Another pointer here would be to take a test shot to check that your exposure is correct. This is especially important if you are shooting into back-lit conditions or if it is particularly dark or light. You can always retake the shot if you need to.

Clear the decks!

Some people like to leave everything as it is and go true documentary style however others like to have a little clean-up before. Whichever way you decide to go, it’s entirely up to you. I tend to make sure any unsightly items are out of view when taking the picture. I’ve seen so many photos ruined because poles are growing out of people’s heads! Keep an eye on the surroundings when you are framing up your shot and decide whether you are happy to keep everything in view. It’s up to your personal sense of style to gage whether this is how to take better photos of your kids!

Just take the shot!

A lot of the time you have a split-second to take the shot before the moment is lost. If this is the case, make sure you have your camera set up properly for the conditions you’re shooting in. For many it’s just a quick snap on their phone, but if you are doing this with a DSLR (which I highly recommend you do), make sure that you have the basics down. Ultimately, photography is all about light and the quality of that light. Make sure you have enough of it to take the shot. If you don’t, make sure you understand how to introduce artificial light or you know how to increase your ISO to allow more light to your sensor. This will allow you to increase your shutter speed so that you can capture things in motion and freeze them (if that is what you are trying to do). Just knowing a couple of these things will increase your photography massively.

Ultimately, the best way to learn is by doing. So just get out there and take the shot!

Give up and hire a pro.

Unfortunately, photography just isn’t for everyone. While I firmly believe that anything can be learned (click here for a guide on how to Master Manual Mode), you may not have the time or the inclination to do so. In situations like this, I fully recommend hiring a professional to do it for you. It is an expense you won’t regret and the images will be cherished for generations.

For information on our family packages, please click here. If you are here looking for a candid photographer for you wedding, please click here.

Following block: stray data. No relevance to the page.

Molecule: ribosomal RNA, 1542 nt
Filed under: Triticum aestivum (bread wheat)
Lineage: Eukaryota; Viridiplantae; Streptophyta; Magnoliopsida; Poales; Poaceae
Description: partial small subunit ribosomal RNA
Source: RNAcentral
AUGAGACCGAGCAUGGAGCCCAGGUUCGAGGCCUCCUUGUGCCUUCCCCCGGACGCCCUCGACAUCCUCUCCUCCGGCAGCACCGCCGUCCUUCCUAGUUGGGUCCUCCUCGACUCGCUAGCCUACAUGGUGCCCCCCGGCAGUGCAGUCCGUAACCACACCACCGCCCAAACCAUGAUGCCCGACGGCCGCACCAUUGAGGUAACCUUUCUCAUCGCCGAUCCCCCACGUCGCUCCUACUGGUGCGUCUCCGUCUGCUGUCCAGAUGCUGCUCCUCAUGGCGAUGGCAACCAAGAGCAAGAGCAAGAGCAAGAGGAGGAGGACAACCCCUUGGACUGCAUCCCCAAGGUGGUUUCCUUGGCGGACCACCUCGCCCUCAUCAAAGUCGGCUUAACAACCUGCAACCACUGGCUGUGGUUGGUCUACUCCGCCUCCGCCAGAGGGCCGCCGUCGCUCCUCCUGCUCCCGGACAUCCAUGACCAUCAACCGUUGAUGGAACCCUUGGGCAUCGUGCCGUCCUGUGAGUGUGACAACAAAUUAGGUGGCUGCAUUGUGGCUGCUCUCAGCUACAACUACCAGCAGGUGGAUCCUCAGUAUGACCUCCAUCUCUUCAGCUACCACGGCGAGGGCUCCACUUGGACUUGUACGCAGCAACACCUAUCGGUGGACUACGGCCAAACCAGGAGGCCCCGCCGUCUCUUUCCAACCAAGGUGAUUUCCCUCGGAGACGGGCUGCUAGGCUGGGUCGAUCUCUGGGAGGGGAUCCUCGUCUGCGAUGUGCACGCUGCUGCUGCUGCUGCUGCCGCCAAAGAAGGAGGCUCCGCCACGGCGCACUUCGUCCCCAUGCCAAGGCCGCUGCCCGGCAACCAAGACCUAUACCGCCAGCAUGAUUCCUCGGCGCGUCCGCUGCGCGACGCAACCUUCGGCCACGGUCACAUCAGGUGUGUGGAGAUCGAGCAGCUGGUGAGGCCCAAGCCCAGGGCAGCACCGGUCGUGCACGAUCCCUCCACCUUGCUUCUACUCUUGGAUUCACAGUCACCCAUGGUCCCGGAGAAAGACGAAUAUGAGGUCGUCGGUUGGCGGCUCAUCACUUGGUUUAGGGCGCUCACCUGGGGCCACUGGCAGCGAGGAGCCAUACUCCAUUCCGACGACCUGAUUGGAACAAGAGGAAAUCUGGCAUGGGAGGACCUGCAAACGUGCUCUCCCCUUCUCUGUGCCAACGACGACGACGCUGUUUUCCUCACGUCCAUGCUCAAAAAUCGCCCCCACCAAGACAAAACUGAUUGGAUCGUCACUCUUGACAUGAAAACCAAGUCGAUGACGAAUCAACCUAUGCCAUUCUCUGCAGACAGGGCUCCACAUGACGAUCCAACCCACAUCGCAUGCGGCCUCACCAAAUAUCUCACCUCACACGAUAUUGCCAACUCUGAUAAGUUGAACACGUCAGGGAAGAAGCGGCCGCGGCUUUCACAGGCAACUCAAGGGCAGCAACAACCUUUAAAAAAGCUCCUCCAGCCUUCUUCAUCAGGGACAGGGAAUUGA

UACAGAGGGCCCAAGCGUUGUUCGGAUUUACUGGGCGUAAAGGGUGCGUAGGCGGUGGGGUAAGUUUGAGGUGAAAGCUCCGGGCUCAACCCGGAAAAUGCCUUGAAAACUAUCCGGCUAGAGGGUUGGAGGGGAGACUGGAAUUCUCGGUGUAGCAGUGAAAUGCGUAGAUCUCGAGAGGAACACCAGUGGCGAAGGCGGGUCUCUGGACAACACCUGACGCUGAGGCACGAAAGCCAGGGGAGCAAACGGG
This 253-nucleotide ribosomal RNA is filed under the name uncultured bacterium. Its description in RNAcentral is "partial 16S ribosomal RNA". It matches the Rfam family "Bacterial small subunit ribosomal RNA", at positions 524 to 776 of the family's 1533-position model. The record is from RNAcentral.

A boy and his Bengal cat in the garden in summer.

Why print when you can own the digitals? Here's why...

Here’s why print wins over digitals every time.

Really, it’s simple.

It’s all about our children.

In this digital age, we are in such a rush. Everything has to be instant. It has to happen NOW. It’s the reason we have cameras built into our phones, and it’s the reason we’re so addicted to social media. The addition of cameras to our mobiles means that these platforms can provide us with instant gratification. Within a few moments, you can snap something, post it and instantly start seeing likes roll in.

As a young woman, this was really important to me. Like many other young people, what I lacked in time, I made up for in self-doubt and confidence issues. Posting photos of myself out and about with friends and family meant that I could build an army of followers. Each of them liking and commenting on every image I posted. It made me feel loved, or popular at the very least. Apparently, that was something I needed back then.

I still can't quite believe I had confidence issues when I looked like this...

Girl dressed as Jasmine in a teal and purple genie outfit. Filipina drinking wine. Suffolk, UK.

Fast forward a decade (and a bit), and I am now a confident woman (mostly) with a world of experience under my belt. I was lucky enough to marry my best friend and have two incredible children with him. Our lives are chaotic and full of fun and love. However, the time issue is even worse now, and it seems to move even quicker.